Content Warnings & Additional Information
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Malthouse Theatre is a new work company, meaning that a lot of our productions are being written and rehearsed in-house, before premiering on one of our stages.
A lot can change along the journey from concept to production, as scripts are redrafted, actors make discoveries, designers bring in new elements, and directors make big changes right up to Opening Night.
We update content information throughout rehearsals as the show takes shape, and publish this on our dedicated Content Warnings page on the Malthouse website.
We do our best to warn you well in advance regarding what you’re about to see, but it’s important to be aware that things may change at the last minute.
You’ll find age recommendations and content warnings here on our website, pre-show emails, in your program and in the foyer on the night. If you do like to know what you’re in for, check back in here for the latest information.
If you have further questions, you can always email or call us before your visit, or speak to our Box Office and Front of House teams on the night for more information or advice.
Education Bookings / if you would like to discuss any of these warnings further please contact our Education team / email@example.com
BE ADVISED THAT THE BELOW CONTENT WARNINGS CONTAIN SPOILERS
All warnings are subject to change, please check back closer to the time of performance for an updated list of potentially sensitive content.
FREQUENT COARSE & DEROGATORY LANGUAGE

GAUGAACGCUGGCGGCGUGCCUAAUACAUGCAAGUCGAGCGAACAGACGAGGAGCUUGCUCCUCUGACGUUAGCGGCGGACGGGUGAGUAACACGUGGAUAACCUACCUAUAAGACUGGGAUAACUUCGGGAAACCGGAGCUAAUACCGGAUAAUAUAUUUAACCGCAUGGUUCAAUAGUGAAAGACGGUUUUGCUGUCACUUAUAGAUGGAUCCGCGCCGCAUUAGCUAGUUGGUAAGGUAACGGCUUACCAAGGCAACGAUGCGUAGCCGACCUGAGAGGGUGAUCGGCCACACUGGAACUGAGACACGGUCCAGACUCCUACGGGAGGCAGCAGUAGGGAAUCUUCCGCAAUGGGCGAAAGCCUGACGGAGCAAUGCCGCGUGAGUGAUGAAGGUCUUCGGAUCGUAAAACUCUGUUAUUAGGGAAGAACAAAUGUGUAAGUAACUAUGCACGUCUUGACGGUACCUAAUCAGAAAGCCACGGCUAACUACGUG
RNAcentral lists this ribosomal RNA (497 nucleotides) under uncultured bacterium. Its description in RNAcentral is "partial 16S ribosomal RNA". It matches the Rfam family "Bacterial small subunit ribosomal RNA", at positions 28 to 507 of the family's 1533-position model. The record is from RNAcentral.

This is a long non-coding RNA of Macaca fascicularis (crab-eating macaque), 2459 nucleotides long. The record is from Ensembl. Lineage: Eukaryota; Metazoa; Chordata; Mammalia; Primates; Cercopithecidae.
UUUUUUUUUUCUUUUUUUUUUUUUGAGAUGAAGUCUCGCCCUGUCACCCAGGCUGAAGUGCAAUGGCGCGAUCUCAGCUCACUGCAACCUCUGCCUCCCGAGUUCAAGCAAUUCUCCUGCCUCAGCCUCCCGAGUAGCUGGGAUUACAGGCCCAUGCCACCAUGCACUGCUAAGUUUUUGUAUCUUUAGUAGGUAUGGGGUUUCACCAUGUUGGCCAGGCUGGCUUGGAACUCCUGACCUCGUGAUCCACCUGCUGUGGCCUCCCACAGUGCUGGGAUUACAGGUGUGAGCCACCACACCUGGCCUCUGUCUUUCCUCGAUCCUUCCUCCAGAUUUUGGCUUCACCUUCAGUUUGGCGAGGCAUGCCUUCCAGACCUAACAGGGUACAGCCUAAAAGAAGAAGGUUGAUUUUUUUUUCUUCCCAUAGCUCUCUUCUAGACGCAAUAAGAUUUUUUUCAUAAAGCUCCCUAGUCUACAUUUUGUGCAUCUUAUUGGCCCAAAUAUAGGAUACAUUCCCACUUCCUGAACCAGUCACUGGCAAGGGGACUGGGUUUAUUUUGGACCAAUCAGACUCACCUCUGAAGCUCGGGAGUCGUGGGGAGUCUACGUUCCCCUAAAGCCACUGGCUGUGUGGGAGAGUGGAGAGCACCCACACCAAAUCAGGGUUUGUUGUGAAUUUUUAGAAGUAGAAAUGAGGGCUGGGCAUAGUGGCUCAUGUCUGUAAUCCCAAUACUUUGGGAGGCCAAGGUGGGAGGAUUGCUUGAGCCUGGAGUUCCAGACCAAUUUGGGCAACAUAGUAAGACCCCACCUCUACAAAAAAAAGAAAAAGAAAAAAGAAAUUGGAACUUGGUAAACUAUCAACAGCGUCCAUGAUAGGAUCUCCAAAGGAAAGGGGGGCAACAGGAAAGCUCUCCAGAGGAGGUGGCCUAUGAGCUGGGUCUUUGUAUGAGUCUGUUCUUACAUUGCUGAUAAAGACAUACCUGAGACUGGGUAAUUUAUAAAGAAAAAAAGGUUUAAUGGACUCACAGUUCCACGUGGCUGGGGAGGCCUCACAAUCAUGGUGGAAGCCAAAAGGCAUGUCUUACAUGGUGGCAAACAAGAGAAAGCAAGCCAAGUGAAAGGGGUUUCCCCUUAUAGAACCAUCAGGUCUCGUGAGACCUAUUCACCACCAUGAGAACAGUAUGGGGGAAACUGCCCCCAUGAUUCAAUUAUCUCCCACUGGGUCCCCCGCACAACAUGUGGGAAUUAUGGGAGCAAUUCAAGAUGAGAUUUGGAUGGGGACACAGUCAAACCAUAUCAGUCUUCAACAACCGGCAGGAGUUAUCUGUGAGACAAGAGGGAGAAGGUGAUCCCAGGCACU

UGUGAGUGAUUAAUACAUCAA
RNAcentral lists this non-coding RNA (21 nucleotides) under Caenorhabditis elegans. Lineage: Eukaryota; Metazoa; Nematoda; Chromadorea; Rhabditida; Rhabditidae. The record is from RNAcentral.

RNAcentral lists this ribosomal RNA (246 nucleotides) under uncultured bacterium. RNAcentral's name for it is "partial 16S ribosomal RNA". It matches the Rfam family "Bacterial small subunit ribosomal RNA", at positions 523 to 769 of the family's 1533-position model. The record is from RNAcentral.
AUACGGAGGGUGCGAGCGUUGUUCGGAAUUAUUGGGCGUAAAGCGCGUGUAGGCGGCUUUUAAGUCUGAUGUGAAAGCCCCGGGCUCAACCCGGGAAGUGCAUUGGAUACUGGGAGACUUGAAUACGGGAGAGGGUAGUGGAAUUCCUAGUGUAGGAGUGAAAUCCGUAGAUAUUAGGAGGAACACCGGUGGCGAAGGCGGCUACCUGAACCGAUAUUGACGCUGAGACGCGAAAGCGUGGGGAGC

The following coarse language is used frequently throughout the show:
The following derogatory terms and coarse language is used on occasion throughout the show:
- Woo woo
- Barren witch
DEPICTION OF SUPERNATURAL THEMES & CONTENT
The lore of Hour of the Wolf centres around an entity known as 'the wolf’ taking things from the townspeople of Hope Hill between 3 – 4am on the longest night of the year.
There is mention of supernatural and religious terminology and practices including but not limited to:
A single scene is set within a church, where the filming of an independent film takes place, and a simulated fight between a priest and a wolf takes place on an altar.
DEPICTIONS OF VIOLENCE & BLOOD
There is a simulated stabbing within the piece. A fake, retractable knife is used. There is fake blood used within the show to depict a head injury.
REFERENCES TO LOSS, DEATH, DYING & MURDER
Throughout the show, there are multiple references to loss, death, dying and murder.
The lore of Hour of the Wolf centres around a central entity known as ‘the wolf’ taking things from the townspeople of Hope Hill between 3am-4pm on the longest night of the year.
As a result, multiple characters refer to the things that suspect have been ‘taken’ from them or others. This includes but is not limited to:
- Loss of life
- Abduction of children
- Loss of memory
- Loss of career
- Loss of home
There are two instances of characters killing others within the story. One is depicted on stage as a stabbing. Another is spoken about as an act of self-defence due to implied sexual assault but is not physically enacted on stage.
There is reference to a clocktower being set on fire with a woman inside of it.
DEPICTIONS OF DRUG & ALCOHOL CONSUMPTION
No real drugs or alcoholic substances are used on stage. No syringes are used on stage.
There is a moment in the production where a room turns completely dark.